|Children at Hlekweni Friends Training Centre, Zimbabwe|
Perhaps one of the most important gifts that religious traditions, including Quakerism, have to offer in our time is the possibility of an orientation towards the future that does not lead to irresponsible optimism or despair. In the Christian tradition this orientation is called hope.
When our first child was born, we held a 'welcoming' celebration for her with friends at our home, during which I read out this passage from the prophet Isaiah:
"See, I am doing a new thing! Now it springs up; do you not perceive it? I am making a way in the wilderness and streams in the wasteland."For us, the birth of our daughter, as of every child, was a sign of hope for the future, not because of any expectation that the next generation will be any wiser or better than the last, but simply because her life was 'a new thing' – filled with utterly unpredictable potential for bringing beauty and joy and healing into the world.
Hope is not the same as optimism. It does not mean believing that things will inevitably improve or anticipating the sudden disappearance of all our problems. Hope is also possible, and necessary, alongside a clear perception of the consequences of our own destructiveness and the persistence of violence and injustice. But an attitude of hope means an openness to the future, recognising that the future is not fixed in a mechanical, unrelenting pattern, because it will result from the actions of innumerable people, all of whom are capable of unpredictable acts of creativity and generosity.
The Quaker movement was formed in a period when many people's expectations of the future had been crushed by political events. Many early Friends had been deeply committed to the parliamentary cause during the English Civil War. They lived through the failure of the Commonwealth government, Cromwell's dictatorship and finally the restoration of the monarchy. Friends did not respond to the failure of their hopes and the re-imposition of political and religious absolutism by armed resistance, nor did they simply submit to the new restrictions on religious freedom. Instead, almost uniquely among the nonconformist sects of the time, they sustained a persistent, public commitment to living the Truth they had encountered, despite systematic and intense state persecution.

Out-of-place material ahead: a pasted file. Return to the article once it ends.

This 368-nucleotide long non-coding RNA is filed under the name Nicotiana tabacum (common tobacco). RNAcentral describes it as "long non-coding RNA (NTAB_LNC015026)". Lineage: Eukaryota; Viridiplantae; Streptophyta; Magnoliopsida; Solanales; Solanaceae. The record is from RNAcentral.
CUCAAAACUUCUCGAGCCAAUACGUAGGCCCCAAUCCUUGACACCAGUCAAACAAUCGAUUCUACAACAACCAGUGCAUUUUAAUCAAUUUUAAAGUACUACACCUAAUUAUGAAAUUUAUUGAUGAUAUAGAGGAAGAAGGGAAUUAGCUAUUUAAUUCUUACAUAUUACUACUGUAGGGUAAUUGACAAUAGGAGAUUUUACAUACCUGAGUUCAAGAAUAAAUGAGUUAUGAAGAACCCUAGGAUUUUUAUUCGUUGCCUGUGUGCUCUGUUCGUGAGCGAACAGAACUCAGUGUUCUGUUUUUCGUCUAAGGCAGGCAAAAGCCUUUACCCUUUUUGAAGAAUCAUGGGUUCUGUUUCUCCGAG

Quakers at this time emphasised the power of 'testimony' – a life of utter integrity and faithfulness to God's purposes, to challenge and transform situations of untruth and injustice. They experienced the reality that living an authentic human life, and maintaining a genuine human community, is a political act.
The public and political role of early Quaker testimony – including actions that attracted intense persecution such as such as refusing to swear oaths or to accept social hierarchies, was to resist a culture of lies and oppression by truthfully naming social reality. As Rex Ambler describes it:
"Early Friends testified to the truth that had changed them by living their lives on the basis of that truth. The reality of their life (and of human life) shone through in their lives because they were open to that reality and lived in harmony with it. Lives lived in the truth would then resonate with how other people lived their lives, and more specifically with the deep sense within them that they were not living well, not living rightly. When Friends spoke honestly and truthfully to people, when they dealt with them as they really were, without pretence or projection, when they met violence with nonviolence and hatred with love, people knew at some level they were being confronted with the truth, whether they liked it or not."
Rex Ambler, 'The Prophetic Message of Early Friends (and how it can be interpreted today)'
This kind of influence may seem inadequate to the huge and urgent political challenges of our time. The influence of individuals and small groups on those around them is unlikely to save us from the long-term economic and ecological crises that we are preparing for ourselves and future generations. But however difficult the times our children will live through, there will be some people who practice sharing and reconciliation; some places where a more fully human life and community can flourish, because of the actions of people living now. This means that how we choose to live matters, it will shape the future for good or ill, and affect the lives of people we may never meet or know about. It means trusting in our own capacity for new beginnings, that we are not trapped by our past or confined by our habits and compulsions, that something new can happen in our own lives. Rather than despairing or giving way to fatalism, can we be ready to recognise and encourage these signs of hope within and around us, to perceive the times and places where the Spirit is acting to 'do a new thing'?